Cancer Patients Heal Better Depending On Communication With Their Family

It can sometimes be difficult to know what to say to a loved one who has cancer, but for people who are battling the disease, they need those closest to them more than ever if they’re going to feel better and heal.

According to an expert from San Diego State University, communication with family members plays a key role in cancer patients’ health, reports HealthDay.

Communication with family members plays a key role in cancer patients’ health.

Wayne Beach, a communications professor, studied cancer patients and their families for a decade, and found that people who suffer from cancer benefit from continuous positive dialogue with their loved ones.

“Cancer patients do cope and heal better depending on their communication within their families,” Beach said in a news release. “Without this proper communication, these patients don’t heal as well or as long. Having a dysfunctional environment around you is not good — it’s stressful.”

When cancer patients and family members share stories, reminisce, and talk about their hopes and concerns, they can cope with the disease better.

“How family members communicate when coping [with a diagnosis] is important,” Beach said, adding that patients have reported feeling empowered when there is constant, comprehensive communication around them.

Having a dysfunctional environment around you is not good — it’s stressful.

According to the Canadian Cancer Society, cancer is the leading cause of death in the country and is responsible for 30 per cent of all deaths.

It’s estimated that 206,200 new cases of cancer and 80,800 deaths of cancer will occur in Canada in 2017 — lung, breast, colorectal, and prostate cancer are the most common types of cancer in Canada (excluding non-melanoma skin cancer).

Based on this data, chances are you, or someone you know, has been affected by cancer at some point in your lifetime. And because of this, it’s important we know how to interact with people who are affected by it.

“If you hear someone has been diagnosed with cancer, our natural inclination tends to be to think of it as a death sentence,” Beach said. But during his observations, he found that much of the communication between family members and cancer patients “focused on life, rather than death.”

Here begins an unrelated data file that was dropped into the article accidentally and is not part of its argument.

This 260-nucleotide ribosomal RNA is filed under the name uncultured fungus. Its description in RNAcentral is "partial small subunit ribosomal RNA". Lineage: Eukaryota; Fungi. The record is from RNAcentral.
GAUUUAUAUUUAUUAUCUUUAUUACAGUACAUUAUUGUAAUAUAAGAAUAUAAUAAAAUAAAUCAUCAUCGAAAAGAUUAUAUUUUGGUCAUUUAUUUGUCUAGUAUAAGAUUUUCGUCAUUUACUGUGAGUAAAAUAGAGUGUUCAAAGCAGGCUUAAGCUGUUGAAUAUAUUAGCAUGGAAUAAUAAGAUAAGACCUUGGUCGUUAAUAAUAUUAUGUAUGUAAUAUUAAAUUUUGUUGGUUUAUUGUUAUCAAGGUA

If you hear someone has been diagnosed with cancer, our natural inclination tends to be to think of it as a death sentence.

“It is so much more about hope than despair. I really didn’t expect that going in,” he noted.

“So we’re looking at how good and bad news relating to cancer gets delivered and responded to,” he added.

When interacting with a person who has cancer, Beach recommends you offer encouragement, stay positive, talk with them frequently, be open about how you’re feeling, listen to what the patient is saying, and allow them to vent to you about their fears.

What you shouldn’t do? Don’t be silent around them, avoid talking about cancer or their diagnosis, and focus on the negatives.

According to the American Cancer Society, studies have shown that “cancer survivors with strong emotional support tend to better adjust to the changes cancer brings to their lives, have a more positive outlook, and often report a better quality of life.”

What you shouldn’t do? Don’t be silent around them, avoid talking about cancer or their diagnosis, and focus on the negatives.

They also note that people who have cancer do better if they have supportive friends.

“Make sure your friend knows that they’re important to you. Show that you still care for your friend despite changes in what they can do or how they look,” the American Cancer Society says.

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Author: Chloe Tejada